People: The majority are Muslims living in the Kashmir
valley; culturally and ethnically, the closest links are with
peoples in the northwestern highlands of the Gilgit district in
the Pakistani sector. While Hindus dominate the Jammu region and
Ladakh is majorly influenced by the Trans-Himalayan Buddhism.
Kashmiri language is influenced by Sanskrit and belongs to the
Dardic branch of Indo-Aryan languages also spoken by the hill
tribes of Gilgit. The great majority of the population resides
in the lower reaches of the Vale. Srinagar, Jammu and Kashmir is
the largest city located on the Jhelum River.
Srinagar, the capital, has a distinctly Central Asian look.
It stands on the Dal Lake ( most of the more modern houseboats
are located here) and the picturesque Jhelum River. Srinagar is
also considered to be a small-sized Lake District. The massive
Dal Lake, near the city and Nagin, the 'Jewel in the ring', a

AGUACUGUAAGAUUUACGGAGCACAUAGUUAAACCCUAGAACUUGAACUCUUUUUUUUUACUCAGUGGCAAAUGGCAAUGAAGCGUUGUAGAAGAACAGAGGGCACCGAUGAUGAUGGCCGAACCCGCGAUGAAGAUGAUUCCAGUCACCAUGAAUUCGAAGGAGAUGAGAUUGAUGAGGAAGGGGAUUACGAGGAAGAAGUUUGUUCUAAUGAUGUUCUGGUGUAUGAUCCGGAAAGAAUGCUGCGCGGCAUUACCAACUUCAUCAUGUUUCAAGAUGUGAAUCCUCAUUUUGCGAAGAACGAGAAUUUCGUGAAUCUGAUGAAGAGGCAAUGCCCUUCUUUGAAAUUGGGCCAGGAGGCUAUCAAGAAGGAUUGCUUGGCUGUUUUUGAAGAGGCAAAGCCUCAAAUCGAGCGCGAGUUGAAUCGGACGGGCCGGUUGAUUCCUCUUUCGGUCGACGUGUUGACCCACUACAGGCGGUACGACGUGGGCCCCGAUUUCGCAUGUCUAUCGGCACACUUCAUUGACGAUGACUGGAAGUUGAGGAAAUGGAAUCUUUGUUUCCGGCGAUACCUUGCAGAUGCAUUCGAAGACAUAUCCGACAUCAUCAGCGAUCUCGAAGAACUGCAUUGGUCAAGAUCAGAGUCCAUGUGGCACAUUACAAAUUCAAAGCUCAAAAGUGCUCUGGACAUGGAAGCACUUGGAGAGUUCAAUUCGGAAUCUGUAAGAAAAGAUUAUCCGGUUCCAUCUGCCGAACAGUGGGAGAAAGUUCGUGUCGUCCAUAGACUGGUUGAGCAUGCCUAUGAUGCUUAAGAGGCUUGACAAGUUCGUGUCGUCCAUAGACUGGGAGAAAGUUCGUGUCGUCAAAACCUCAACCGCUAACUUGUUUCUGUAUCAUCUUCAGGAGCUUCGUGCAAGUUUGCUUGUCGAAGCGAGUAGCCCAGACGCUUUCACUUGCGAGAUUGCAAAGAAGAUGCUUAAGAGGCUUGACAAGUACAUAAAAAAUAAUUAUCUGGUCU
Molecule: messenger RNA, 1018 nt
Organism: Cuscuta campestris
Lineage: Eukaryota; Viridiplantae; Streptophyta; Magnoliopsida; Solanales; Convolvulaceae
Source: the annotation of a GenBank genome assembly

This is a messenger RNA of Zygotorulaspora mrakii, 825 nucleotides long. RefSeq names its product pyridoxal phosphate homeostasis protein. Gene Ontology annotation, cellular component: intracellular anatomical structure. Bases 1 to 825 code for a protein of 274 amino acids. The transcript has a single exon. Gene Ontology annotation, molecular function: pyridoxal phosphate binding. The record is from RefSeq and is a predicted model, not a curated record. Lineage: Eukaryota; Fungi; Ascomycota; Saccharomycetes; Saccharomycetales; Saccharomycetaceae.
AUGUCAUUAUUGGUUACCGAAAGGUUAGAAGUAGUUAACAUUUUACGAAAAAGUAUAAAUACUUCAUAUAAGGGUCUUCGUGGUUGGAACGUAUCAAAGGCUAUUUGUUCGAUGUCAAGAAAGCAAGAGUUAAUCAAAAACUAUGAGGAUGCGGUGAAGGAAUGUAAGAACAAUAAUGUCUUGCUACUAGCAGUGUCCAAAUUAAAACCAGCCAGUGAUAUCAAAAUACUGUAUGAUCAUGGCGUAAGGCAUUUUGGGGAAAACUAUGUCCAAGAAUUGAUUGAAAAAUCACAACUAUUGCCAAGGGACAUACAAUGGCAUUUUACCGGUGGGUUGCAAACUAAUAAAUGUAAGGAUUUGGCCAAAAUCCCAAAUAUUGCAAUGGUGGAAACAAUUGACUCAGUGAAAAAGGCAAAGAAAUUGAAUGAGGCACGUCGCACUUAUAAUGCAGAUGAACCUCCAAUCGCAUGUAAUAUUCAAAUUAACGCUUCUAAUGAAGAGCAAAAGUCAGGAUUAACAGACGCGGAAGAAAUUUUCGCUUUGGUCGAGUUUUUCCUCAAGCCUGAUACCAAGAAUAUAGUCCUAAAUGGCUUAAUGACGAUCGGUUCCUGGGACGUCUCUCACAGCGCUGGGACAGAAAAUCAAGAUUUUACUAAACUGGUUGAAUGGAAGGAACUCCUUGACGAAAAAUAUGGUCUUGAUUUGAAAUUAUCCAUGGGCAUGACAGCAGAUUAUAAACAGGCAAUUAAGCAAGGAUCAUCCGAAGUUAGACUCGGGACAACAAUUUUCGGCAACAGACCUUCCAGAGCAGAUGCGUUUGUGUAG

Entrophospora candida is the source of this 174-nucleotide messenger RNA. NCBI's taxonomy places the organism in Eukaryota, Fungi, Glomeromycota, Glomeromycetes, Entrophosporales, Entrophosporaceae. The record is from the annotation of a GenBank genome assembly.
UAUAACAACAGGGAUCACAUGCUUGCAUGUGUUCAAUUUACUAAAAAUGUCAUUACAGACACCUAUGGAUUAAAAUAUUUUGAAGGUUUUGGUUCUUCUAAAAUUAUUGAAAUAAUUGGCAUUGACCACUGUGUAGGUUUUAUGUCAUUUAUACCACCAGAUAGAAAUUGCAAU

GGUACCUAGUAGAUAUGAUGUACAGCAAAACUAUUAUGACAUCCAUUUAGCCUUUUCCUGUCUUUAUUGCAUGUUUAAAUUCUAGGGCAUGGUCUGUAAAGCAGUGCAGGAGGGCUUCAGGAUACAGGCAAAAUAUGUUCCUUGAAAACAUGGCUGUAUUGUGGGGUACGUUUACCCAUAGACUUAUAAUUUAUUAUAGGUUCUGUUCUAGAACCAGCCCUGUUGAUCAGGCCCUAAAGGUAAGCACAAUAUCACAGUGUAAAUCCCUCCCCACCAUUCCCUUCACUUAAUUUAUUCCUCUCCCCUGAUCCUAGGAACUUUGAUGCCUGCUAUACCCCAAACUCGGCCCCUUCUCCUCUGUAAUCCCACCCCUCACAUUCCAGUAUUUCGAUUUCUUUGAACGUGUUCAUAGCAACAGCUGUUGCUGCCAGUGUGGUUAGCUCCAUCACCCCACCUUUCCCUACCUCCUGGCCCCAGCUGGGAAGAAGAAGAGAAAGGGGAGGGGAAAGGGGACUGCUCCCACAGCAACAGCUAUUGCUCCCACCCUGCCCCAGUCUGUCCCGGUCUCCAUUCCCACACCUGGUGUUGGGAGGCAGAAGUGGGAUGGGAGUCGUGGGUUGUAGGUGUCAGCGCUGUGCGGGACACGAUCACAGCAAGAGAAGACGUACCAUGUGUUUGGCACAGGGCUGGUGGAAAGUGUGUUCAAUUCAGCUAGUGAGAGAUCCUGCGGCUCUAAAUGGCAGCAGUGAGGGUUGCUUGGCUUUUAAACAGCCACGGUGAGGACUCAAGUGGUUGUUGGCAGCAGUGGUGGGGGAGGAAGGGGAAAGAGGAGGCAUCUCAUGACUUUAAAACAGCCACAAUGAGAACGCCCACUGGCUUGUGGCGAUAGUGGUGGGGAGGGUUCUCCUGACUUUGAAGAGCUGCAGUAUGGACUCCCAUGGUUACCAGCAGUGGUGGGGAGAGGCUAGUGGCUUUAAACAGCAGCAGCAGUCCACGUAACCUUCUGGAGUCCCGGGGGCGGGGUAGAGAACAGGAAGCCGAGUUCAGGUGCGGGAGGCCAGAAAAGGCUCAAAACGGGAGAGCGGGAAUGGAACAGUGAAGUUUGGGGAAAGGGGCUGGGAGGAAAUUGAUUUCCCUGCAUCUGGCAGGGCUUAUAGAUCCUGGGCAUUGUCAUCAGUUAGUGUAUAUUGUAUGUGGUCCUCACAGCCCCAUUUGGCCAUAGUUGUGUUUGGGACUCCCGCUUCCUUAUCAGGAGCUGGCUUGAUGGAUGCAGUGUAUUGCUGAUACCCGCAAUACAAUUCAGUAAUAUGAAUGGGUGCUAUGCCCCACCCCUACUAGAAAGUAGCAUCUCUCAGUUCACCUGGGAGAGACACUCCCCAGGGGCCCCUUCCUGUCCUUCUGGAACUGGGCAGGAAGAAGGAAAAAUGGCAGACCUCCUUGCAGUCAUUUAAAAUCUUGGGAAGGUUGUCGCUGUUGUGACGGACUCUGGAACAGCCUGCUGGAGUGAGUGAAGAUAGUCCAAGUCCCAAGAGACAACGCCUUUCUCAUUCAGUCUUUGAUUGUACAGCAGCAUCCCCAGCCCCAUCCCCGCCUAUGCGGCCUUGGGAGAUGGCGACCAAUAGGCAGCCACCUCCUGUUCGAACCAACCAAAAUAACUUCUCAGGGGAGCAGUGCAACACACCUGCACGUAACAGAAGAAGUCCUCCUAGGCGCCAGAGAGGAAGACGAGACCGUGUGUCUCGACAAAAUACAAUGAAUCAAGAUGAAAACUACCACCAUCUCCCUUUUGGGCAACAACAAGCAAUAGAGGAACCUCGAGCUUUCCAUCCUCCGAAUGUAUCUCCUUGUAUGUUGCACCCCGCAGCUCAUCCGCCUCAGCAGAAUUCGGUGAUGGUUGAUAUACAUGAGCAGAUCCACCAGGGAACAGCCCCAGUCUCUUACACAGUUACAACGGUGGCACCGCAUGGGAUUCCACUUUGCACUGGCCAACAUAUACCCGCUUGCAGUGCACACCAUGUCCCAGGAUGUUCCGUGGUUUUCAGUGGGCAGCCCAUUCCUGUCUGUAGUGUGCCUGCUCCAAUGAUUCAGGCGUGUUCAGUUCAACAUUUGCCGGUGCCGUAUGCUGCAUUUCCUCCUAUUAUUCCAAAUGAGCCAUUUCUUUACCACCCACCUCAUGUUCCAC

smaller lake, to the north, is dotted with water lilies. The
lakes are mobile shops of moving shikaras. The old city has a
labyrinth of alleyways and mosques.
The ancient caves and temples of Kashmir, reveal a strong
link with Indian culture at the beginning of the Christian Era.
At one time the classical dances of the south are believed to
have been practiced. These arts survived only in folk forms and
were performed principally at marriage ceremonies. The popular
hafiza dance performed by Kashmiri women to the accompaniment of
sufiana kalam was later replaced by the bacha nagma, performed
by young boys dressed like women. The bhand jashna
("festival of clowns"), a 300- to 400-year-old genre
of Kashmiri folk theatre performed in village squares, satirizes
social situations through dance, music and clowning.
Srinagar possesses many specialized agricultural markets, retail
shopping centers, and associated industries. The industries have
developed from rural crafts and include handloom weaving of
local silk, cotton, and wool, carpet weaving, wood carving, and
leatherwork. Such industries, together with silverwork and
copperwork and jewellery, were stimulated by the presence of the
royal court and the tourist trade but also owe something to the
important position achieved by Srinagar in west Himalayan trade.